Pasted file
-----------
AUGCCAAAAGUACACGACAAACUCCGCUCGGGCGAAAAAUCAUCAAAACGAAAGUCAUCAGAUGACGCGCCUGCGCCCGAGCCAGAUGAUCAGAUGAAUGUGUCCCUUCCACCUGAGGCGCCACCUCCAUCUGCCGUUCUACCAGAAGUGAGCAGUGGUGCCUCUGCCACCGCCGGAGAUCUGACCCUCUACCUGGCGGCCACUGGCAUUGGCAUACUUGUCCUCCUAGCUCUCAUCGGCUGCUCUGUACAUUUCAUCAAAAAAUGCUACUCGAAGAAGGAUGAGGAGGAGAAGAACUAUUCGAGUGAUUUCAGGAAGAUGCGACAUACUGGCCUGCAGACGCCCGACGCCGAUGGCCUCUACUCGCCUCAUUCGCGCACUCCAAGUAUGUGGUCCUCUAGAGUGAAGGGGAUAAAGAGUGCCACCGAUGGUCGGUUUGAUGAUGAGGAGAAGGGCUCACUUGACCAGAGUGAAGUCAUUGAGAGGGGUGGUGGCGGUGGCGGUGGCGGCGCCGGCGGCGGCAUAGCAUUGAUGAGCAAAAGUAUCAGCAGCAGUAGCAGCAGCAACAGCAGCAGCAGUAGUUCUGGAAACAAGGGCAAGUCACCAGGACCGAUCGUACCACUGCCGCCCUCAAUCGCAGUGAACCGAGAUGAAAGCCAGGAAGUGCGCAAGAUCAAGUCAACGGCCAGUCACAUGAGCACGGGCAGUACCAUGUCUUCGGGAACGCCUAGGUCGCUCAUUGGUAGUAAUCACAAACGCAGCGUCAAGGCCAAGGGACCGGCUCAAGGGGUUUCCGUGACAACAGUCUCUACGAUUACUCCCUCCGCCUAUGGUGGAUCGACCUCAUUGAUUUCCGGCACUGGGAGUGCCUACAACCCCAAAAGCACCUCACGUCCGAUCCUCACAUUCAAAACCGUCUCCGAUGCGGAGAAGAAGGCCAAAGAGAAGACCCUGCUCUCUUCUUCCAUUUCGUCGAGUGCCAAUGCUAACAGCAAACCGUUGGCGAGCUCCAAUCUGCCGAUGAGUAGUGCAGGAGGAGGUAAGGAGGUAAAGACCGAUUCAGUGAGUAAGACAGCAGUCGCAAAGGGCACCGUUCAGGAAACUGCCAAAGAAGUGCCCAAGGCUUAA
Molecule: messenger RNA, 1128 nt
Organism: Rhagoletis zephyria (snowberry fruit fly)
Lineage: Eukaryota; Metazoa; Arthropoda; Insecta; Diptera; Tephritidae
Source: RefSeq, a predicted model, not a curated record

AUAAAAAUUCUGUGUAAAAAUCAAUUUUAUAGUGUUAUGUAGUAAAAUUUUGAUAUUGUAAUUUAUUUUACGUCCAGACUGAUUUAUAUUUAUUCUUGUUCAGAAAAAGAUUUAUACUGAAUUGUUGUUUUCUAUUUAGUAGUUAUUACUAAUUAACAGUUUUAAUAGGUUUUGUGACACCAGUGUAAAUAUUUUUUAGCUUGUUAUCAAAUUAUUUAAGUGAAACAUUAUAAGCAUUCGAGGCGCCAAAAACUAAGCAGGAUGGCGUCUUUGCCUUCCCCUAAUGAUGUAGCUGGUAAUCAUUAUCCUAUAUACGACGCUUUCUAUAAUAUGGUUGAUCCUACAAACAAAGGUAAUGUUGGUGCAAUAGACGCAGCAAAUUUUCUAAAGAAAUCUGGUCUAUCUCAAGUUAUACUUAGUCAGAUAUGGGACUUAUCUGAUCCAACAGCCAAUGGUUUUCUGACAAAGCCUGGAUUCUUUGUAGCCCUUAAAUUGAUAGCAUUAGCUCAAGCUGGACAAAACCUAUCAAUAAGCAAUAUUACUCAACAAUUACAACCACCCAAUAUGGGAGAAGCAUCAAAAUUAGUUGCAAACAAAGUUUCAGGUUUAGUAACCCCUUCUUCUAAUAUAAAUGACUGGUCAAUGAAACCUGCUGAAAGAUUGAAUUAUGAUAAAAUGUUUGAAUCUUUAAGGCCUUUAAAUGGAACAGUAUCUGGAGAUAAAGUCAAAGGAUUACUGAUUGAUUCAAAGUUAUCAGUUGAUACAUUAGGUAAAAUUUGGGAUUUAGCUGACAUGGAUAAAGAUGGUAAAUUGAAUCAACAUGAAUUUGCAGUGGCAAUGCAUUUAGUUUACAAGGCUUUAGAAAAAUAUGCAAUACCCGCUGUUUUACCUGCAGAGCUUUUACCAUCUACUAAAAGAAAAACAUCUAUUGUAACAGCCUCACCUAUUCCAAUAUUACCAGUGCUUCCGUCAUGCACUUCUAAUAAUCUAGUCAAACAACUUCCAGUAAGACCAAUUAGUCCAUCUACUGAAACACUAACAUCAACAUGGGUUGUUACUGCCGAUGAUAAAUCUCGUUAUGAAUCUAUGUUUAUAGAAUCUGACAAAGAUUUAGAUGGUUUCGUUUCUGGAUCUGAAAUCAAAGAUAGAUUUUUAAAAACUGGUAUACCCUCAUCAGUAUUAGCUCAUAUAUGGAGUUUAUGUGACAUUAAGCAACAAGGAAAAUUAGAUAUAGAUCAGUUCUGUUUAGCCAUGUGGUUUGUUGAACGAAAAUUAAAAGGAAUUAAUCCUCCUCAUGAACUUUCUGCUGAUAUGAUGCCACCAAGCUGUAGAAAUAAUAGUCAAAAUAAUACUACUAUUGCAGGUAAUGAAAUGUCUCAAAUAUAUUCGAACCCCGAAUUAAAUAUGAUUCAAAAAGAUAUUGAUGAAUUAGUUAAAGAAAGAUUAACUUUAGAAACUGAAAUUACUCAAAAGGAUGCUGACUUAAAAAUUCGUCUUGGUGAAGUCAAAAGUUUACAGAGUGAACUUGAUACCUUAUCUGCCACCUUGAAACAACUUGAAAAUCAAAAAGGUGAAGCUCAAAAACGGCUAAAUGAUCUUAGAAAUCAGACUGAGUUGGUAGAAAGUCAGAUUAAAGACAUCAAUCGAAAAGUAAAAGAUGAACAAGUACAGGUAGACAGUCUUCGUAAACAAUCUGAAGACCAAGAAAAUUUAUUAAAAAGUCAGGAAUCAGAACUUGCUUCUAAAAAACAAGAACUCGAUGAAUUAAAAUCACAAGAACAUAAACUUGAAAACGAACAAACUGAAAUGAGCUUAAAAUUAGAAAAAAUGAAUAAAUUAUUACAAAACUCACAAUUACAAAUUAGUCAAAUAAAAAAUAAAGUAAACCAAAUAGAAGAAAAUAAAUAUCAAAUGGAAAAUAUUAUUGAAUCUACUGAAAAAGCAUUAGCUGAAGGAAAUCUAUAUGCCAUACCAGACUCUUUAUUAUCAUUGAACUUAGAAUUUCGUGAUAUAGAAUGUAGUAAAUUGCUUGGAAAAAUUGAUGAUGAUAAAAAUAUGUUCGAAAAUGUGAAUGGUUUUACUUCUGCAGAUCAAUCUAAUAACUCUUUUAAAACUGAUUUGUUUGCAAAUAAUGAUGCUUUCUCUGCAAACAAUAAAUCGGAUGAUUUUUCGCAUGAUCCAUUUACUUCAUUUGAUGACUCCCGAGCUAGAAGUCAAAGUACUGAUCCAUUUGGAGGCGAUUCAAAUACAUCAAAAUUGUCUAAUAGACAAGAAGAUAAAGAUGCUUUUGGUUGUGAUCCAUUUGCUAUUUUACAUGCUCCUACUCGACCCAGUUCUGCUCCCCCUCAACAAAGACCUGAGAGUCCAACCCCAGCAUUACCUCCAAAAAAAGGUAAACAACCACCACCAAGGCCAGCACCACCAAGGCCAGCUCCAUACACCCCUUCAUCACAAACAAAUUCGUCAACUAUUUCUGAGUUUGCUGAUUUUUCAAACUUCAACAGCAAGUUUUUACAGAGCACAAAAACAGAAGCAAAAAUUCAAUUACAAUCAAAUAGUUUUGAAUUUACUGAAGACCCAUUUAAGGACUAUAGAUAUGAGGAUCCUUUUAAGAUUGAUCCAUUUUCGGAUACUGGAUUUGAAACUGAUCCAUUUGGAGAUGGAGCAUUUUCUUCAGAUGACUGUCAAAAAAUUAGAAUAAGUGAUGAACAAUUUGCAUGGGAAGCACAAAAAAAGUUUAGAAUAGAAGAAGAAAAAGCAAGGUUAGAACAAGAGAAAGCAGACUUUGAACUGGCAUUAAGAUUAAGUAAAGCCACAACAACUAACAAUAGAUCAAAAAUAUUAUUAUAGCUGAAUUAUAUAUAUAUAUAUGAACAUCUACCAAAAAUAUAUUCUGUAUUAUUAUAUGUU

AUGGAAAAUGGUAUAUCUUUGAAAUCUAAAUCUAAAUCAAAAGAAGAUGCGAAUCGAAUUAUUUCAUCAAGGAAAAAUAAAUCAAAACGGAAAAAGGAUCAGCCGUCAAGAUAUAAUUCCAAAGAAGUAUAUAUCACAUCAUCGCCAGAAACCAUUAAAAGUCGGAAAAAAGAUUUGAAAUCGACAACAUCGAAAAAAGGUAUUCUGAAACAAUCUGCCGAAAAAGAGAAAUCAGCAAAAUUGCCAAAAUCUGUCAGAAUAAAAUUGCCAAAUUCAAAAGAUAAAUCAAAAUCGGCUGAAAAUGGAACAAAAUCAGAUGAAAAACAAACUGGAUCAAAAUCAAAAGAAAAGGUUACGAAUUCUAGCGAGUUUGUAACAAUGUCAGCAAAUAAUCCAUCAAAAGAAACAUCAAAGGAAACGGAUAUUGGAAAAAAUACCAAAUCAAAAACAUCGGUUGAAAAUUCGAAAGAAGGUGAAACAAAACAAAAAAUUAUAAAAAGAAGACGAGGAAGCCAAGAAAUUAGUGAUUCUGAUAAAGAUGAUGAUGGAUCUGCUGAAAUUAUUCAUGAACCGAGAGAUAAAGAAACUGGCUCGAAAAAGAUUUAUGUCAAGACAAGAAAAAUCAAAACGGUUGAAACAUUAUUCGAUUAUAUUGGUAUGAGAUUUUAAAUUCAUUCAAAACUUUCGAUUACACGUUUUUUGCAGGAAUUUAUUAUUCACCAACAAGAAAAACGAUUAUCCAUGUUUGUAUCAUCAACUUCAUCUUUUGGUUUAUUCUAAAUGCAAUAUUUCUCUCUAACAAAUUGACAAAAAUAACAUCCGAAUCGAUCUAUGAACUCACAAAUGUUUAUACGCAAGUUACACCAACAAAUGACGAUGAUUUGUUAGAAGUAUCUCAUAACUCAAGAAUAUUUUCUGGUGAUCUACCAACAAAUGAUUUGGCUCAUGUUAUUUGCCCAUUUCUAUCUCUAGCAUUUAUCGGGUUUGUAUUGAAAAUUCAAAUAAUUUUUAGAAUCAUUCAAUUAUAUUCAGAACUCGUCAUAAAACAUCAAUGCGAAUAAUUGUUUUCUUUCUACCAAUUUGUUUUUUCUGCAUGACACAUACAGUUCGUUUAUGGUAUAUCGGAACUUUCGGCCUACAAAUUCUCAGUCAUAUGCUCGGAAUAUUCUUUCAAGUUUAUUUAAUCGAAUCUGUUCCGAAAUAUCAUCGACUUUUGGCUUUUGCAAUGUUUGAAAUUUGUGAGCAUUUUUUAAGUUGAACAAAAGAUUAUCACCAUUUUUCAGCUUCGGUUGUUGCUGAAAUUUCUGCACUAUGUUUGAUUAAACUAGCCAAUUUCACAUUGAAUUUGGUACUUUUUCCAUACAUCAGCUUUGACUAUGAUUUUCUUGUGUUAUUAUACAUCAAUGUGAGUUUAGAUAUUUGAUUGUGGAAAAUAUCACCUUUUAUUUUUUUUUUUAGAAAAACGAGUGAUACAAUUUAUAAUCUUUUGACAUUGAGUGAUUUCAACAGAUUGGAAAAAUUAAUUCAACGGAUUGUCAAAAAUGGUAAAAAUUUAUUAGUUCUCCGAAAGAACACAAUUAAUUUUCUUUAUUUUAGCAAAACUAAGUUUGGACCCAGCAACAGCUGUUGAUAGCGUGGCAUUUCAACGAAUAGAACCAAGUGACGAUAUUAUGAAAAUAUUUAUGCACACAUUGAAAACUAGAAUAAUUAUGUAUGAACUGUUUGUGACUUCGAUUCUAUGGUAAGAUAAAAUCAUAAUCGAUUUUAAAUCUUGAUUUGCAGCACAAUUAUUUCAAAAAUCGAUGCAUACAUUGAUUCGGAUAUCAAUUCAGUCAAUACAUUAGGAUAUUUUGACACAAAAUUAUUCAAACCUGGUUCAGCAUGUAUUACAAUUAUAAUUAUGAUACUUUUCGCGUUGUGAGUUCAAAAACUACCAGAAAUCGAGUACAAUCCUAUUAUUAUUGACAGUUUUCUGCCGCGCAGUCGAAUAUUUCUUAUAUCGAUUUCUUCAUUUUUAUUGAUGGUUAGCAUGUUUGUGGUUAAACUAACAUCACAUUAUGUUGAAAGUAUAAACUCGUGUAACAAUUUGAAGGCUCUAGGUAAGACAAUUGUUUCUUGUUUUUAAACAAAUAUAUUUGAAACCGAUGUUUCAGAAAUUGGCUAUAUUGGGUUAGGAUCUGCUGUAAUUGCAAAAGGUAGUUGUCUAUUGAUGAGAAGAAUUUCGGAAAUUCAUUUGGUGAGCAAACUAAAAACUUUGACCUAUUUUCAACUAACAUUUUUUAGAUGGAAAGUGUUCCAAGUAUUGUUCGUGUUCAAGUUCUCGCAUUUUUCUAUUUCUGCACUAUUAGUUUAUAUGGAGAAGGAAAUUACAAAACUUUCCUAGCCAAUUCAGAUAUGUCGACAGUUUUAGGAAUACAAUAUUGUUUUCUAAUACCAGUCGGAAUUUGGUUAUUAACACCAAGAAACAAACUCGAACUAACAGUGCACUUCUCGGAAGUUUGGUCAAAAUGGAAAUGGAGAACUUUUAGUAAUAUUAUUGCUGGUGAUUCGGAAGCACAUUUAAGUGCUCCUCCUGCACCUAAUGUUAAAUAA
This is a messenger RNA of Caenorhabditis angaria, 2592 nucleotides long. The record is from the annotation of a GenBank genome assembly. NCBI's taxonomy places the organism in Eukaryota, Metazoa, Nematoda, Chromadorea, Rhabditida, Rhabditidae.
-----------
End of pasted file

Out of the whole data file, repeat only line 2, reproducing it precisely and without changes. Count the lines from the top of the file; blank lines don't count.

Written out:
Molecule: messenger RNA, 1128 nt